No. If a member of the child’s household is unwell with COVID-19 symptoms then the child/staff member should isolate for 14 days starting from the day the household member(s) became ill. If the child subsequently develops symptoms than they should isolate for 7 days from the date they developed symptoms. See Stay-at-home-guidance. The household member(s) should be tested within 5 days of symptom onset. If all symptomatic household members test negative, the child/staff member can return to work.
If School is notified by a parent that their child is ill do I need to exclude the other children in their class?
No, classmates and staff can attend school as normal. The child who is ill should stay at home (Stay-at-home-guidance) and be advised to get tested. If the child has any siblings who attend the school they should also be self-isolating at home for 14 days. If the child tests positive for COVID-19, direct and proximity contacts should be excluded for 14 days. (Their bubble contacts.) The school will be contacted by contact tracers to support with contact identification and provision of advice.
Who is considered a contact in a school setting?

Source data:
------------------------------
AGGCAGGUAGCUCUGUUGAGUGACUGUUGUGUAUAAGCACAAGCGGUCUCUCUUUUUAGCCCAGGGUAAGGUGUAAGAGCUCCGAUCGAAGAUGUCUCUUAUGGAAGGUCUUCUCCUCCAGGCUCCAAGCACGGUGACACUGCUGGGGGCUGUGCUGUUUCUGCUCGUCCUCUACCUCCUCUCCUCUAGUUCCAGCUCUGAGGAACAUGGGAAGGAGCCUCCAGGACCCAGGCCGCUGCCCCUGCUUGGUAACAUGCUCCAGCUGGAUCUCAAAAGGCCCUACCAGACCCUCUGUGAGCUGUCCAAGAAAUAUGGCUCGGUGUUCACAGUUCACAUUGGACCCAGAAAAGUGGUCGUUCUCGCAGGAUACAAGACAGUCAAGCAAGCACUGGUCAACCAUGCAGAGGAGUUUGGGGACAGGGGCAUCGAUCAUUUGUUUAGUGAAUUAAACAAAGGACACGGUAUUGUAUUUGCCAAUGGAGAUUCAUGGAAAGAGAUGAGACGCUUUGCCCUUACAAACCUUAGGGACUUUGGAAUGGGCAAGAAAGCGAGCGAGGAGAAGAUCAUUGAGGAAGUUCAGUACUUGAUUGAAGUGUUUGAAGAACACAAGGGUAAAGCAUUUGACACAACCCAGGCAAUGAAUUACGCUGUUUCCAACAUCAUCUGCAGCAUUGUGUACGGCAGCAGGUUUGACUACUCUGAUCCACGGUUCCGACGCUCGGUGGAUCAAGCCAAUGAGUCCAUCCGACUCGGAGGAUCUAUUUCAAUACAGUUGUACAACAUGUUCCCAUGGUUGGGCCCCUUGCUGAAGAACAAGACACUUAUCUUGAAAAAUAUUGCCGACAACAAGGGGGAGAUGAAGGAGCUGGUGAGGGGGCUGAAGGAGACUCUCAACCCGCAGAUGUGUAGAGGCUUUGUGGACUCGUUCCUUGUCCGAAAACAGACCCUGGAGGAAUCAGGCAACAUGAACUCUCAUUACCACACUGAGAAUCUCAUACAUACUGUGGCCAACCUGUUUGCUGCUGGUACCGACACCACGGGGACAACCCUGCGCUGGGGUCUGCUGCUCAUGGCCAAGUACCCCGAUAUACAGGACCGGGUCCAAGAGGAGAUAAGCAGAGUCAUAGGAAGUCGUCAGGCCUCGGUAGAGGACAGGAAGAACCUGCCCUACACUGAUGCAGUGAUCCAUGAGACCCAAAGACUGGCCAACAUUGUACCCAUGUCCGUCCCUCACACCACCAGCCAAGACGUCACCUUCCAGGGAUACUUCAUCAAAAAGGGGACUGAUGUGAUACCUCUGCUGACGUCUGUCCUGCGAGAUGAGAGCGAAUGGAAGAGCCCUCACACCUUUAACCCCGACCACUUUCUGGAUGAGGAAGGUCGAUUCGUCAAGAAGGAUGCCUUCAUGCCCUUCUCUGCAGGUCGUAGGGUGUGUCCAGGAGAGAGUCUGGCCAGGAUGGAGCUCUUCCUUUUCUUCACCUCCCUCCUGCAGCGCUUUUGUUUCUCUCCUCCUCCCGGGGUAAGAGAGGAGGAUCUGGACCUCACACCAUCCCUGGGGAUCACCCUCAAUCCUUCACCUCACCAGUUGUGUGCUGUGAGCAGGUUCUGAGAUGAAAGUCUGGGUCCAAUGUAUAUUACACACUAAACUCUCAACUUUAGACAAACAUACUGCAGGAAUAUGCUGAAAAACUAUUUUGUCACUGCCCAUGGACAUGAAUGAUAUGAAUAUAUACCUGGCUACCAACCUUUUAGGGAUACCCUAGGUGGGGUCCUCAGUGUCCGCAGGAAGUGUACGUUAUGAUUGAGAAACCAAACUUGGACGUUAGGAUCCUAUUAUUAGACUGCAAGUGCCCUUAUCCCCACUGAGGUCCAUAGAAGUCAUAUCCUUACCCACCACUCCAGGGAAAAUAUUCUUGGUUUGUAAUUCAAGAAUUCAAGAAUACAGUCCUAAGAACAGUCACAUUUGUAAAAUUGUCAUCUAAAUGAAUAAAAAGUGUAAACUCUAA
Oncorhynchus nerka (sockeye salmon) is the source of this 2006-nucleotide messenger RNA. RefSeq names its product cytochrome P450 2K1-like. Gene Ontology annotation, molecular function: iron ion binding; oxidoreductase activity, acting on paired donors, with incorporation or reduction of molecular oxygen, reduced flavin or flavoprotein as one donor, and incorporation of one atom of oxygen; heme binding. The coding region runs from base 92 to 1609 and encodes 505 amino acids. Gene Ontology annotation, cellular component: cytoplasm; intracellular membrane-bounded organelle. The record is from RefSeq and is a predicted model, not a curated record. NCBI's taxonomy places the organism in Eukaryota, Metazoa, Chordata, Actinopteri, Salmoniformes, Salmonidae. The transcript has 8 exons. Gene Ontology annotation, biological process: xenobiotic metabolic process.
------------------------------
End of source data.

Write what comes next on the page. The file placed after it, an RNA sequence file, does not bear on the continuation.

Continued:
A person who wore appropriate PPE or maintained appropriate social distancing (over 2 meters) would not be classed as a contact.
A contact is defined as a person who has had contact (see below) at any time from 48 hours before onset of symptoms (or test if asymptomatic) to 7 days after onset of symptoms (or test):
- a person who has had face-to-face contact (within one metre) with someone who has tested positive for coronavirus (COVID-19), including:
- being coughed on, or
- having a face-to-face conversation, or
- having skin-to-skin physical contact, or
- any contact within one metre for one minute or longer without face-to-face contact
- a person who has been within 2 metres of someone who has tested positive for coronavirus (COVID-19) for more than 15 minutes
- a person who has travelled in a small vehicle with someone who has tested positive for coronavirus (COVID-19) or in a large vehicle near someone who has tested positive for coronavirus (COVID-19)